Pensacola Pay Dirt

“If the Luna settlement had succeeded, the southeast might have become part of New Spain.”

O’Steen’s

O’Steens, a landmark seafood joint in St. Augustine, Florida, opened in 1964 or 1965—no one can quite remember when.

On This Week’s Gravy: What Is White Trash Cooking?

In 1986, Ernest Matthew Mickler of Palm Valley, Florida, published White Trash Cooking. It was a loving ode to his people—rural, white, working-class and poor Southerners—and their recipes: tuna casserole, baked possum, white-bread tomato sandwiches.

Next week on Gravy: White Trash Cooking

Next Thursday, Gravy interim producer Sarah Reynolds tells the story of White Trash Cooking, Ernie Mickler’s 1986 collection of stories and recipes from his North Florida home.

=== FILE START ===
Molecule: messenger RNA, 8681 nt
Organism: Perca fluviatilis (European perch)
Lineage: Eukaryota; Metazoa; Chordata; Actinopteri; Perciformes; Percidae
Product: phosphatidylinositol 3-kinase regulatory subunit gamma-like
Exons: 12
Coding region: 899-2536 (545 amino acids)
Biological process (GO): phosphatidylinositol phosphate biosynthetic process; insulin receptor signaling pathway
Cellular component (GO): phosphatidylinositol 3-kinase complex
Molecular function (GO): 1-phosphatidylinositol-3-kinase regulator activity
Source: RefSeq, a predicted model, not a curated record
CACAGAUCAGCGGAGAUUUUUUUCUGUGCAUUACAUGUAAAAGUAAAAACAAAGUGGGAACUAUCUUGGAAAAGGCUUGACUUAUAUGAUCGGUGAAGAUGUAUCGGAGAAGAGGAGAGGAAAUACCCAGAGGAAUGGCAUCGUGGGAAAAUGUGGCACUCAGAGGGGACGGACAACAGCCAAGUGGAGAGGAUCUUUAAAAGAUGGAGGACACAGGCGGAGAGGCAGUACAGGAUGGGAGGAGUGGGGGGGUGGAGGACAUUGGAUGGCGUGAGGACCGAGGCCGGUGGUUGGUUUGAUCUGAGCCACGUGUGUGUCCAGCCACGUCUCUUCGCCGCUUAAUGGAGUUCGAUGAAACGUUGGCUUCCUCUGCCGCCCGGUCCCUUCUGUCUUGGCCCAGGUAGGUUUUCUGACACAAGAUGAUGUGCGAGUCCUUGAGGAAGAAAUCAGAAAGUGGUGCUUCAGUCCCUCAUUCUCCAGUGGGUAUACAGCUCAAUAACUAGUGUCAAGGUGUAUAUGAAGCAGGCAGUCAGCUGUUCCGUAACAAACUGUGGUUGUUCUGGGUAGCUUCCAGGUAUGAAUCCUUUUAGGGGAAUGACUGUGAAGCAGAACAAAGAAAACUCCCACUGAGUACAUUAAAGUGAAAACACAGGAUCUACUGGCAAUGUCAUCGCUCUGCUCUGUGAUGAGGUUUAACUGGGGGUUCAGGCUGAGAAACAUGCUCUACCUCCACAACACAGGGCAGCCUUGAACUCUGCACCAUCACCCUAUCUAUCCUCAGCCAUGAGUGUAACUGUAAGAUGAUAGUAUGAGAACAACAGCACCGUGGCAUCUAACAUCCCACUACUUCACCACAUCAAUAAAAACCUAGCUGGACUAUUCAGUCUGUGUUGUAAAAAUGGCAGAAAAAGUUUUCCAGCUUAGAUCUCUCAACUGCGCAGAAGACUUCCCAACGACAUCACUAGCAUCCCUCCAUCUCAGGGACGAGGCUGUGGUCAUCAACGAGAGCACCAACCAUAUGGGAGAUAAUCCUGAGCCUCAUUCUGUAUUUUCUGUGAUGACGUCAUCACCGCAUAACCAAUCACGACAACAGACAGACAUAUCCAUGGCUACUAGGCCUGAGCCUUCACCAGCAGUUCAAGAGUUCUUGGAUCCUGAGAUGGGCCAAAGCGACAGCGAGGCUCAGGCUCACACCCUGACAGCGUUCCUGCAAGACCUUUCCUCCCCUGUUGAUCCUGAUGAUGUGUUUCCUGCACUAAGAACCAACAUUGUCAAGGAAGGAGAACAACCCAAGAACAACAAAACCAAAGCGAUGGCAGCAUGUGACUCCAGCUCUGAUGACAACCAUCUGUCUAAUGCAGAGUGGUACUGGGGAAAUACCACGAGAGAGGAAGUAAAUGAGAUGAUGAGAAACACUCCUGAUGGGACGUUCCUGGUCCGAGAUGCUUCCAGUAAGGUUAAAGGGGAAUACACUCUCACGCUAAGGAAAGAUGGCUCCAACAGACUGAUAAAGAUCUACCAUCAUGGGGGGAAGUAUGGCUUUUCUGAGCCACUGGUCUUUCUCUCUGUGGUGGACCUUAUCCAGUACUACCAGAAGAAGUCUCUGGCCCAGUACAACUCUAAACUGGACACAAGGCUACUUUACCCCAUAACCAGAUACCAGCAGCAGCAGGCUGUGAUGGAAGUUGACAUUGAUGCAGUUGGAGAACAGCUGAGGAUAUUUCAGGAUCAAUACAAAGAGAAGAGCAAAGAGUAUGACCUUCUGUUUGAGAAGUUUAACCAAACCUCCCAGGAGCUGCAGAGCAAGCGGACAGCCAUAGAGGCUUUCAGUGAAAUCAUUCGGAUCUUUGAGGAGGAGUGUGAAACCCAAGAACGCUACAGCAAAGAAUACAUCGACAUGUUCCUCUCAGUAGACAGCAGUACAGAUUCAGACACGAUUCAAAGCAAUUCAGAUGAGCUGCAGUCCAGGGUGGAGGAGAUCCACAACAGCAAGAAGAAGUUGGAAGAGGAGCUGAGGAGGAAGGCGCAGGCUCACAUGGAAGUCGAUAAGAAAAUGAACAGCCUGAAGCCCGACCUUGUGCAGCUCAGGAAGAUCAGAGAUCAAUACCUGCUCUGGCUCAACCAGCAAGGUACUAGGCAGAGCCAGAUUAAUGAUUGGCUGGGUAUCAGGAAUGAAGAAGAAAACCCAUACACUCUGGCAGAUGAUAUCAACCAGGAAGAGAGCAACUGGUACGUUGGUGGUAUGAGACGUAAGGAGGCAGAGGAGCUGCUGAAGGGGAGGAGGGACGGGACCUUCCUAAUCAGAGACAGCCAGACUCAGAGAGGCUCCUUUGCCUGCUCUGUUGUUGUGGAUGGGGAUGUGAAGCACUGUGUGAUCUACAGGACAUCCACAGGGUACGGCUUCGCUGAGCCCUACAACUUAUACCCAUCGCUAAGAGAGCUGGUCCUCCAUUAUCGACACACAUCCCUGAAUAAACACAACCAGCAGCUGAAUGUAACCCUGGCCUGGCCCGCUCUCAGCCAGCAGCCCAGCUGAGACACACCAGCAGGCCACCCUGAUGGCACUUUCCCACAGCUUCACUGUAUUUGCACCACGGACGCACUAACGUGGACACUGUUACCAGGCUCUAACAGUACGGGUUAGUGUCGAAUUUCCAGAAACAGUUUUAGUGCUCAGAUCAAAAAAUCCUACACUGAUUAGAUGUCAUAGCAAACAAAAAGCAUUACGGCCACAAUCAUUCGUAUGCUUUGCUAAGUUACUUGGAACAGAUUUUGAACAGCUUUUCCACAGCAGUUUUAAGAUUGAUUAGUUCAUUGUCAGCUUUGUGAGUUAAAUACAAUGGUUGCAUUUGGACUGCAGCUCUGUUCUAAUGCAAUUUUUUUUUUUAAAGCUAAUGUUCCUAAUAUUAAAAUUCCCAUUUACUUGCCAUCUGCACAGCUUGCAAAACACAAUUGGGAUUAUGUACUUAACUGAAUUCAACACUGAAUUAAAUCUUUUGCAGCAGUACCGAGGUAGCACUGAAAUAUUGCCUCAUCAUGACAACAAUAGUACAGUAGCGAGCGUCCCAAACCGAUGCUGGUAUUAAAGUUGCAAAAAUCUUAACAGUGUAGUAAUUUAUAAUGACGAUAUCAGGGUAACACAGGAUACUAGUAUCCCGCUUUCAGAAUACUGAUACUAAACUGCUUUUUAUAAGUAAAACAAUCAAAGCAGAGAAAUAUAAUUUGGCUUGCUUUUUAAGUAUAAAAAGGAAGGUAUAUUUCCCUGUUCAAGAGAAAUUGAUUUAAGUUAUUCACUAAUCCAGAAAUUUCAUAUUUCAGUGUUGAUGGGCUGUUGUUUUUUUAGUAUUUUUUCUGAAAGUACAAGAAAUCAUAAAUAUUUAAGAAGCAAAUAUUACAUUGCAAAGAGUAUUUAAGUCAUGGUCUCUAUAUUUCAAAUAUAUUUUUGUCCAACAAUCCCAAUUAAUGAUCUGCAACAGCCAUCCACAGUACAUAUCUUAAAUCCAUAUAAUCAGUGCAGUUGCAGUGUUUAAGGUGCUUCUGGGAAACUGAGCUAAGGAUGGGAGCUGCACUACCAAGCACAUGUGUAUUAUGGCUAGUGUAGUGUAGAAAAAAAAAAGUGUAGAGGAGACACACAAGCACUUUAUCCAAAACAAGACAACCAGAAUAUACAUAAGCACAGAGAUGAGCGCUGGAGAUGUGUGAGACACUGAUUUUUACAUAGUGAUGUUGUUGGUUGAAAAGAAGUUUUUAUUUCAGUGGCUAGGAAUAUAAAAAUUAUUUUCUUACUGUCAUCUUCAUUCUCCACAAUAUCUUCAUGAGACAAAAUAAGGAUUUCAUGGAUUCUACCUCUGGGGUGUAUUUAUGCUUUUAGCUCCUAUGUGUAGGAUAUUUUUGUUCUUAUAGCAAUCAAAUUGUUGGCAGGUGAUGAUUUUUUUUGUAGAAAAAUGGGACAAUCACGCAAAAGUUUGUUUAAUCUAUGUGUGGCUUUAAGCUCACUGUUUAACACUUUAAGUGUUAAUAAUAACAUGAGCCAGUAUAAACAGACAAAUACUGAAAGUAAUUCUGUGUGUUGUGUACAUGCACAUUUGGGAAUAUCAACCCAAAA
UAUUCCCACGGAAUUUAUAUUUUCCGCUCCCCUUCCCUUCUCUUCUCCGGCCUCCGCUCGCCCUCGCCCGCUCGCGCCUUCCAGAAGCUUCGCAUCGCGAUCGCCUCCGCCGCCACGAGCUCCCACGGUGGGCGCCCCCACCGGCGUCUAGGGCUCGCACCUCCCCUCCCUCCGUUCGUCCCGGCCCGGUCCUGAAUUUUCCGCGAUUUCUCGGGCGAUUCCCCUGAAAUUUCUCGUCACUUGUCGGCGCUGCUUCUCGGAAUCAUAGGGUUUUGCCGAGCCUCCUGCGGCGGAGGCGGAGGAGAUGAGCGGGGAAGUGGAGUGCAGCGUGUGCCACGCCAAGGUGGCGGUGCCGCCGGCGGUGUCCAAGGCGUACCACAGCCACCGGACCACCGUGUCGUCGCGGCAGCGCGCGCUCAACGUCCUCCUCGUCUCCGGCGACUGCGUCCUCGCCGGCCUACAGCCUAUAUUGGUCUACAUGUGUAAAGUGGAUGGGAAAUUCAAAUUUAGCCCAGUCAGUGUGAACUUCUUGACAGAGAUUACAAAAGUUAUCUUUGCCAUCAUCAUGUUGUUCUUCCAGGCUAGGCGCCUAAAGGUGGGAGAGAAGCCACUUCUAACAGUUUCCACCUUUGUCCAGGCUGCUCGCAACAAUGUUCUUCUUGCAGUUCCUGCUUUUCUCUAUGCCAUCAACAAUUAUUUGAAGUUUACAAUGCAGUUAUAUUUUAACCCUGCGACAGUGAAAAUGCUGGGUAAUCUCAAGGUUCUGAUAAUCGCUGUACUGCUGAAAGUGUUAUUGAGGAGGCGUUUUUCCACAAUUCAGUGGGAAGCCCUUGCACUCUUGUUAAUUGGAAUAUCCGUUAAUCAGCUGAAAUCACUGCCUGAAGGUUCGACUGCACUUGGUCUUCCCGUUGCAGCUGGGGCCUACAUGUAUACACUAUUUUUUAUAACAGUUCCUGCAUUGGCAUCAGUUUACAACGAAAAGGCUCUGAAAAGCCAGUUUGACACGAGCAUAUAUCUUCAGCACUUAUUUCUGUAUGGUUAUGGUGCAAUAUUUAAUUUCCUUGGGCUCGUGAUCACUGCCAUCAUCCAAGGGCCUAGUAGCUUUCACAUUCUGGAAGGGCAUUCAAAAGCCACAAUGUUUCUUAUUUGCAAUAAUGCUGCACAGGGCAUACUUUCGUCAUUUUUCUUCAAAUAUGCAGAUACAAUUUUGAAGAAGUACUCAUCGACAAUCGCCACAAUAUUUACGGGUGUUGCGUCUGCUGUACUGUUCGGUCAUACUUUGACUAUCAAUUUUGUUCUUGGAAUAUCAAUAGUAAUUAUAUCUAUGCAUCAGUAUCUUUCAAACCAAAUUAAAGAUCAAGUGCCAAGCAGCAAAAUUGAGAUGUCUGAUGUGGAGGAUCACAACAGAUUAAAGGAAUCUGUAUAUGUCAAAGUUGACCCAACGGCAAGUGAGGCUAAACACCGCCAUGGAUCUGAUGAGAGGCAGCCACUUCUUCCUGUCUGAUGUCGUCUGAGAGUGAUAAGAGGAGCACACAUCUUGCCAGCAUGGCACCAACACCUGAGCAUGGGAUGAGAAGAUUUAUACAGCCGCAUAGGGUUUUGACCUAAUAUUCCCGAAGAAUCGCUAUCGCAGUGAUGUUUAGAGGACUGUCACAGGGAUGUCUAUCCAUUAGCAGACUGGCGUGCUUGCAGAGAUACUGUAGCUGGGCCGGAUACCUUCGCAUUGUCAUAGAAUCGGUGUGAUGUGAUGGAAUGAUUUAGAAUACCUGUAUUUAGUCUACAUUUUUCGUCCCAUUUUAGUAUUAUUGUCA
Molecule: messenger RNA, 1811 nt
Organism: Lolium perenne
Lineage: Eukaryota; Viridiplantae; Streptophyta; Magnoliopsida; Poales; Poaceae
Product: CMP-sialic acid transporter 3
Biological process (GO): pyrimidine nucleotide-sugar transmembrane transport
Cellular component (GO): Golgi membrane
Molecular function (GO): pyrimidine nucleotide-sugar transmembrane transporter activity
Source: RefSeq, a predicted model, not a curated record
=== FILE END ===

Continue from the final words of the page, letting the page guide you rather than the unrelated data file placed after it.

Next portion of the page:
Growing up “Mix-Mix”

Filipino food is not easily comparable to Chinese or Japanese food. Because the Spanish colonized the Philippines, we share dishes with Latin cultures—adobo, menudo, flan. Rice, always white, is a hallmark.

Deadliest Throw by Joe York

At the Annual Interstate Mullet Toss, participants compete to throw a dead mullet the farthest across the Alabama-Florida state line.

Remember Florida’s Forgotten Coast

The Apalachicola Bay area is often referred to as Florida’s Forgotten Coast. In anticipation of next week’s Gravy podcast, tour the place and meet people in this beautiful fishing community.

New Oral History Project: Tampa Devil Crabs

The history of the devil crab and the Tampa cigar industry are inextricable. The story of this fried street food is deeply rooted in labor and immigration.